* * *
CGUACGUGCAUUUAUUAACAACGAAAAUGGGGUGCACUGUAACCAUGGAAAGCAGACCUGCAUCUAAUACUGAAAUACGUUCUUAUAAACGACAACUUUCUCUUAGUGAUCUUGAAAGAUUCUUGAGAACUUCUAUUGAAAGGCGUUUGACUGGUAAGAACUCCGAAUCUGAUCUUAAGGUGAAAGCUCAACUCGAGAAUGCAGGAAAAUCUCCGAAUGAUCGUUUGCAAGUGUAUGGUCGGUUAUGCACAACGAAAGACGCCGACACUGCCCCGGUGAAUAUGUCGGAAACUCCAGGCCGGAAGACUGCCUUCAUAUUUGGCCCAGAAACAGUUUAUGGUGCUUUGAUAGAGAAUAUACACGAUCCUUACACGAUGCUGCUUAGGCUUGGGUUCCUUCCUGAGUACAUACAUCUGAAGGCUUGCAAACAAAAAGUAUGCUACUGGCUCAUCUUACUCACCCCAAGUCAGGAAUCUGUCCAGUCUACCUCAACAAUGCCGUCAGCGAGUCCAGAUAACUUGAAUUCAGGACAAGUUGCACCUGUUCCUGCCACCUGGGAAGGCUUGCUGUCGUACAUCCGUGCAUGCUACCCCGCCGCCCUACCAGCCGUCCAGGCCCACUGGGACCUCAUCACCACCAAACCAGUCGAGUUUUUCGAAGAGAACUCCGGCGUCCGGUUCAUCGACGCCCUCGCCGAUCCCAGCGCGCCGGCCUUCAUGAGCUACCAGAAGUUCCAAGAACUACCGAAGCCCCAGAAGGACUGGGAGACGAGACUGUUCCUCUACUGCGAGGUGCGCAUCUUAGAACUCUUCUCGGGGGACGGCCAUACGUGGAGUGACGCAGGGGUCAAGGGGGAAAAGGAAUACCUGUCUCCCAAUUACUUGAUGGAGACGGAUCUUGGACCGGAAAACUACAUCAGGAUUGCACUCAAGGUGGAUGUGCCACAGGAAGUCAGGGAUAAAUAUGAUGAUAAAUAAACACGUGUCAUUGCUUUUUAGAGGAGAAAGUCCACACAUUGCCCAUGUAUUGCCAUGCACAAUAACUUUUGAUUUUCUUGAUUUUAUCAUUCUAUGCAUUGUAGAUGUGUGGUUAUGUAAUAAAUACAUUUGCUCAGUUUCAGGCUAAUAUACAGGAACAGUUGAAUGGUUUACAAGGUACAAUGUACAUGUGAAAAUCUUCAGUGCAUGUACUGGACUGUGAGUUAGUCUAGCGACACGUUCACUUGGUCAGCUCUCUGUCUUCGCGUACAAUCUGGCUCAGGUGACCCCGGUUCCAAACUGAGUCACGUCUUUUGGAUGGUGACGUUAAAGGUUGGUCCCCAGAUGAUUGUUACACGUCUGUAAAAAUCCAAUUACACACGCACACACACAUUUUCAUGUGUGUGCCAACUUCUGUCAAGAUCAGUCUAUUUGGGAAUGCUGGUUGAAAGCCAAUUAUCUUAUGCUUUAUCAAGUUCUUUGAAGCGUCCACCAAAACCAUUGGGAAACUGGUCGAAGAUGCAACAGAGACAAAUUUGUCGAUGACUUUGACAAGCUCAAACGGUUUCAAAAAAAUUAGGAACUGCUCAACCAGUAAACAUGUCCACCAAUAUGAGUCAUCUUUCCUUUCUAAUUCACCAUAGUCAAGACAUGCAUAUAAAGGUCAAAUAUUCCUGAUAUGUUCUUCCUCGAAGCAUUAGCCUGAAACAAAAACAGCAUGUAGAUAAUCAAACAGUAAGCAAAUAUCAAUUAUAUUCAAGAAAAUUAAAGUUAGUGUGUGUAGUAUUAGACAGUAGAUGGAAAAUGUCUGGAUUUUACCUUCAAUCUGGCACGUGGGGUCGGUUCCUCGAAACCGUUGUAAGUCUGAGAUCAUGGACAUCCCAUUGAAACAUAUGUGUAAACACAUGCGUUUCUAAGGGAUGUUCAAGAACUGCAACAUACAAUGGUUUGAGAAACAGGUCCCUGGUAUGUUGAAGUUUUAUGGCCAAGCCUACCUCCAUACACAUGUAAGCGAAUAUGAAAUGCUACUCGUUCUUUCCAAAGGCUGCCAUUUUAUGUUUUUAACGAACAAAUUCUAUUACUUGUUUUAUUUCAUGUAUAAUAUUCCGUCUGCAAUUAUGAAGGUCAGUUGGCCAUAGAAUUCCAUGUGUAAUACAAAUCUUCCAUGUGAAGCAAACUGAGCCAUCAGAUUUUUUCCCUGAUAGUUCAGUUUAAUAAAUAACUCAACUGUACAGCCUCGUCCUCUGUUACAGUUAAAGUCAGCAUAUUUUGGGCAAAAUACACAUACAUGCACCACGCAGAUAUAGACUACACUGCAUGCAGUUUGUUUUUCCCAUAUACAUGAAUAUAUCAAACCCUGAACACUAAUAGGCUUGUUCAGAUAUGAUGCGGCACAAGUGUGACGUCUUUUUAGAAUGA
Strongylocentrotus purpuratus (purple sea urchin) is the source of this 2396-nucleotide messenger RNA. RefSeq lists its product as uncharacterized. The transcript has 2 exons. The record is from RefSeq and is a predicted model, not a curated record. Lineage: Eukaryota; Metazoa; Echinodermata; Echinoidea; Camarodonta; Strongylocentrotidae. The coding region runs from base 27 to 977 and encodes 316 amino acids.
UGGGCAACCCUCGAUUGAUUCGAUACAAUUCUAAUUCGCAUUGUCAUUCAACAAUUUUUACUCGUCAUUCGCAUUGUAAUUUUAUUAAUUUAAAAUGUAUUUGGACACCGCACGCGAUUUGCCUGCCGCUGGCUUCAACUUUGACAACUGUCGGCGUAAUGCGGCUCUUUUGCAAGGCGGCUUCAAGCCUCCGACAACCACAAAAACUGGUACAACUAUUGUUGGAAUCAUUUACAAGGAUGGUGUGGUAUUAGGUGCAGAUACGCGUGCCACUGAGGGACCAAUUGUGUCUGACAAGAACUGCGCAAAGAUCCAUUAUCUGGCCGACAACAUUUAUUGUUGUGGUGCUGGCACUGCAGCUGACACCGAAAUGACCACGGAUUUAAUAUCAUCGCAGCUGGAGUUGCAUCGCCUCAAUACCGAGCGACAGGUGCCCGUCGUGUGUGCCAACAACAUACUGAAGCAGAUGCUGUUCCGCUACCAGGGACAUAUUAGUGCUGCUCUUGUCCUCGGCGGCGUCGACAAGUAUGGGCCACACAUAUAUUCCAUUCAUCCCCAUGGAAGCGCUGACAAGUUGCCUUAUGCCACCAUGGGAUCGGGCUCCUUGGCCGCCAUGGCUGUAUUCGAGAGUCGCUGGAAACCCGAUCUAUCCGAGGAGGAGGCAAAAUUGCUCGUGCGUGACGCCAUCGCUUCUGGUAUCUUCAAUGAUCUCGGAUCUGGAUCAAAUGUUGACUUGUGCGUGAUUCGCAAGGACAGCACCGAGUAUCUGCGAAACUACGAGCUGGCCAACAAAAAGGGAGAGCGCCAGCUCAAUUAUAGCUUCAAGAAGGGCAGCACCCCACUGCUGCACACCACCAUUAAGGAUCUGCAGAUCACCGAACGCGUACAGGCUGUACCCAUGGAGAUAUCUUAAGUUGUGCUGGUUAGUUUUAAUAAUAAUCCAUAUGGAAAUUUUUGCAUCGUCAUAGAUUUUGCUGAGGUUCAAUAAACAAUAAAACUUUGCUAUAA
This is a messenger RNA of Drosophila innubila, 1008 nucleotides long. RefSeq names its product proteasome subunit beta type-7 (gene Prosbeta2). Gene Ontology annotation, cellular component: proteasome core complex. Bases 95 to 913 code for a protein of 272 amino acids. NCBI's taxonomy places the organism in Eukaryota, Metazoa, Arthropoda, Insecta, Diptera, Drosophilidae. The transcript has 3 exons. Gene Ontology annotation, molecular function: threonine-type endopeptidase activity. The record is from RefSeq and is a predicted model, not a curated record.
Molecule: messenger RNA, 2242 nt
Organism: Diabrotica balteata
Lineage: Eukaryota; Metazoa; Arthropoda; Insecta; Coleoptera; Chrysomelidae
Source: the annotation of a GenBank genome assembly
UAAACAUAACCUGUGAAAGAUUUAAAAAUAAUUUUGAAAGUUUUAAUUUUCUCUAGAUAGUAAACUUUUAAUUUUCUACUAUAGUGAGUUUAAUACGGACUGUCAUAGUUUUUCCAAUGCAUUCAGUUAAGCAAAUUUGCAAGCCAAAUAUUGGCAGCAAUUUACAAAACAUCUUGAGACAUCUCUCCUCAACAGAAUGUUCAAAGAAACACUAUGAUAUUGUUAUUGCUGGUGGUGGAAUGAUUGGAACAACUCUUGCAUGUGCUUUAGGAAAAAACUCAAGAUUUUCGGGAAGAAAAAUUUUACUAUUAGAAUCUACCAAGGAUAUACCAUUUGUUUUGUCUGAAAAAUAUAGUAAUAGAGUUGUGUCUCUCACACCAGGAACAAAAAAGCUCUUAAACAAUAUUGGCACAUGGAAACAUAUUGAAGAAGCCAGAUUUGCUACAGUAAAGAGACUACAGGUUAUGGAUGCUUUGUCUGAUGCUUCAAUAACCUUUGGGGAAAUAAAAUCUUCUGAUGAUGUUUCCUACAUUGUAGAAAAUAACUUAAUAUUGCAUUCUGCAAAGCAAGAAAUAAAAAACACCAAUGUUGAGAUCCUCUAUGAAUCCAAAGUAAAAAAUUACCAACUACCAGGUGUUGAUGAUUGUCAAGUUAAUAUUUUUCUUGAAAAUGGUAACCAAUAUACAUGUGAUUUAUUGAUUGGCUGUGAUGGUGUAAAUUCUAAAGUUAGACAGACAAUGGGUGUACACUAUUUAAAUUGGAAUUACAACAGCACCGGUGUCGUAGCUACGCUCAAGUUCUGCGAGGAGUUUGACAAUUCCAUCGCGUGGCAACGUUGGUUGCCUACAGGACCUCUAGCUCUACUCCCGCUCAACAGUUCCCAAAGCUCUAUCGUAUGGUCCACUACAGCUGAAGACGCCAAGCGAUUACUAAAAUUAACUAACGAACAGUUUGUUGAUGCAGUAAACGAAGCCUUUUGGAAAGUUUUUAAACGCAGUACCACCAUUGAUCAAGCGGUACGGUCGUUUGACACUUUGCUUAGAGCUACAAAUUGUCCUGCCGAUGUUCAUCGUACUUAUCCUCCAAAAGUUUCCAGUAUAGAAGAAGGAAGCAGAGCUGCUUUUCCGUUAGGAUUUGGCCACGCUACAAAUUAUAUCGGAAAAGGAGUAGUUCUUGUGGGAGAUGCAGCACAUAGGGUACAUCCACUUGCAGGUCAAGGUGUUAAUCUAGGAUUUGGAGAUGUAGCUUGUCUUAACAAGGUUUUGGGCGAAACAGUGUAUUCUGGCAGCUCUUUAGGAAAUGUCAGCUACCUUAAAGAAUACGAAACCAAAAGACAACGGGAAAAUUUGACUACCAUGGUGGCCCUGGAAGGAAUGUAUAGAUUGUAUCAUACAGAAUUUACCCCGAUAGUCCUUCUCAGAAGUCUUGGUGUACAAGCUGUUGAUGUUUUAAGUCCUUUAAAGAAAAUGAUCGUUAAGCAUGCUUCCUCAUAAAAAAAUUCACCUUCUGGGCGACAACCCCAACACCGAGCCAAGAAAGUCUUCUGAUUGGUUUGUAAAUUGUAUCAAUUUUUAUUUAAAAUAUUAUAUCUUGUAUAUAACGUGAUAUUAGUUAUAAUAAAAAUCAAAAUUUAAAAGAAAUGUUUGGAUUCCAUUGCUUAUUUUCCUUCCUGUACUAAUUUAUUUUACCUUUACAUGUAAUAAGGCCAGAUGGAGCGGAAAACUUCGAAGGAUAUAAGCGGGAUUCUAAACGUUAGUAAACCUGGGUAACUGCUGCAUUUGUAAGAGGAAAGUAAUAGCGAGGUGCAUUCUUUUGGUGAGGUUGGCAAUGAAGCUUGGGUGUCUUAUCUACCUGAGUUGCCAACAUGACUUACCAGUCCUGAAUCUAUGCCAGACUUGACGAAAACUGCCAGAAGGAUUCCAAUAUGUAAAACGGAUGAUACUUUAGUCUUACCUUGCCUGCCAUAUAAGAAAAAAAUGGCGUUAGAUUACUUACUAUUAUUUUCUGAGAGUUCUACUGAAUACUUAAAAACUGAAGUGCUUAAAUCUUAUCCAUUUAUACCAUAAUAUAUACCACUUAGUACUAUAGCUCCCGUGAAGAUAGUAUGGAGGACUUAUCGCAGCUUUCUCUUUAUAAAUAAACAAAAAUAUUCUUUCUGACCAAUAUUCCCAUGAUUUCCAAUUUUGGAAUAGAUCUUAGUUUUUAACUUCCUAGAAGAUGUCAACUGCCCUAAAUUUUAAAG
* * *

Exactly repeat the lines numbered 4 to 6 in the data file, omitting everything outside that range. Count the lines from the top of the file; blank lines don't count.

This is a messenger RNA of Drosophila innubila, 1008 nucleotides long. RefSeq names its product proteasome subunit beta type-7 (gene Prosbeta2). Gene Ontology annotation, cellular component: proteasome core complex. Bases 95 to 913 code for a protein of 272 amino acids. NCBI's taxonomy places the organism in Eukaryota, Metazoa, Arthropoda, Insecta, Diptera, Drosophilidae. The transcript has 3 exons. Gene Ontology annotation, molecular function: threonine-type endopeptidase activity. The record is from RefSeq and is a predicted model, not a curated record.
Molecule: messenger RNA, 2242 nt
Organism: Diabrotica balteata